I saw my good friend Simon on the sidelines, he’d been training for the marathon, and had run from one end of Ireland to the other last year - but his plans were changed when major heart surgery took priority. And there he was out supporting his friends. I reminded myself again what a privilege it was to be out here running today.

Wind the clock forward to about the 34km mark heading up St Kilda Road and I saw Mum and Dad for the last time before they’d make their way to The G. I said to Dad after grabbing a water from him - “it’s going to hurt now” and I was right…

But I held on... My legs held on. My mind held on. Despite both of them wanting to stop! It becomes a battle between mind, body and heart. The body wants to stop, the mind is convinced the best thing to do is to most definitely stop… but there’s a voice inside, a sensing, a knowing, that you can actually keep going - that you can do this! That voice, the one coming from your heart - it's often out numbered, but it is the one to listen to.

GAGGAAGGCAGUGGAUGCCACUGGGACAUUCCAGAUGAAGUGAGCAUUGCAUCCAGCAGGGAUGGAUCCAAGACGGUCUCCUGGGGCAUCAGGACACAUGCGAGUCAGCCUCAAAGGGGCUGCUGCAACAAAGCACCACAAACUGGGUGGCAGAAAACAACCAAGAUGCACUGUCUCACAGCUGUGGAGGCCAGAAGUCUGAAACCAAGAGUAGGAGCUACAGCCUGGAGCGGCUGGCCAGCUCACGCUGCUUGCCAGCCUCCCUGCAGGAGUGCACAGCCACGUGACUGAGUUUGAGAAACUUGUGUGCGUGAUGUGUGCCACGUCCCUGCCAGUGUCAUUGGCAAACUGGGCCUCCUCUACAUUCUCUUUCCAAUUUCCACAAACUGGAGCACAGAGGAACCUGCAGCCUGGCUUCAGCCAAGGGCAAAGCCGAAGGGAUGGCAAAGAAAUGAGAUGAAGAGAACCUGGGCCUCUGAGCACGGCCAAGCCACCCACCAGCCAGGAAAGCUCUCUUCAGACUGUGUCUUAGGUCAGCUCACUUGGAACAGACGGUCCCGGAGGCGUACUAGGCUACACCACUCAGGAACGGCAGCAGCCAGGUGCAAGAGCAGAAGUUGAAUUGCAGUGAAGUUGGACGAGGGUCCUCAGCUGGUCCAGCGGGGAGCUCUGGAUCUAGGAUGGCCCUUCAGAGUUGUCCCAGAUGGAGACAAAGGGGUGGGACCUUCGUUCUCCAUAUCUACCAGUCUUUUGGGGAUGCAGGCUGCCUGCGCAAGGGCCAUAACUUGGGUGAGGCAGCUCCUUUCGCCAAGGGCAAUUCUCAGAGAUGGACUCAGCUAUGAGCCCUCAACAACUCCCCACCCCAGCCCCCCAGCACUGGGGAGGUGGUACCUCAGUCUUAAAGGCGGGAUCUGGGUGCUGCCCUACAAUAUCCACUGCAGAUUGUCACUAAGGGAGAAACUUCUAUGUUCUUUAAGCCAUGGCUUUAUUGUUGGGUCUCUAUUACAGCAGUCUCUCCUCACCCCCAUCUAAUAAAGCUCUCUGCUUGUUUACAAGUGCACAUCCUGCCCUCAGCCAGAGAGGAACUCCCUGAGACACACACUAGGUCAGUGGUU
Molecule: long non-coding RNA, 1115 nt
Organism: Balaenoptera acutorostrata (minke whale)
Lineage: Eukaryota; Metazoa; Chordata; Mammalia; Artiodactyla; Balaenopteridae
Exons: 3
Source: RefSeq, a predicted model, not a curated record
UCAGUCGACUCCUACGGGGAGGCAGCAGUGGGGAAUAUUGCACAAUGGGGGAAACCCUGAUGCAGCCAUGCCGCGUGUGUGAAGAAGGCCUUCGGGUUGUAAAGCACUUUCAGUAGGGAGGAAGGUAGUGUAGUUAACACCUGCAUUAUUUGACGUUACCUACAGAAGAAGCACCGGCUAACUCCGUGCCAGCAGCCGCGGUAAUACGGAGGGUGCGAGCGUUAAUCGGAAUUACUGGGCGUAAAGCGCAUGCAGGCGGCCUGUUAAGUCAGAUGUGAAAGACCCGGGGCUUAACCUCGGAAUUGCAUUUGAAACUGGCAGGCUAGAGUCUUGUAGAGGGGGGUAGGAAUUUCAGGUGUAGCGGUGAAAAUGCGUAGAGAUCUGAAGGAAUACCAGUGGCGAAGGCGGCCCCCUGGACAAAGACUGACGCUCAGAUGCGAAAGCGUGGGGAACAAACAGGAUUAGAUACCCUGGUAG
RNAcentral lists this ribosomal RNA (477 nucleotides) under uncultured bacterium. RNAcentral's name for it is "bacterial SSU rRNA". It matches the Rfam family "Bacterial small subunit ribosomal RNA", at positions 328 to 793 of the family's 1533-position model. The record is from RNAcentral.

The last 7km’s were particularly uncomfortable. I was spent, my legs were smashed, I was thirsty as all hell and looking for more water... the universe must have heard me – out of nowhere appears an icy pole! A little raspberry one (my favourite flavour!) from a stranger on the sidelines. I can still taste it now... It’s effects, in sugar and cooling, might have only lasted 500m, but they were like heaven!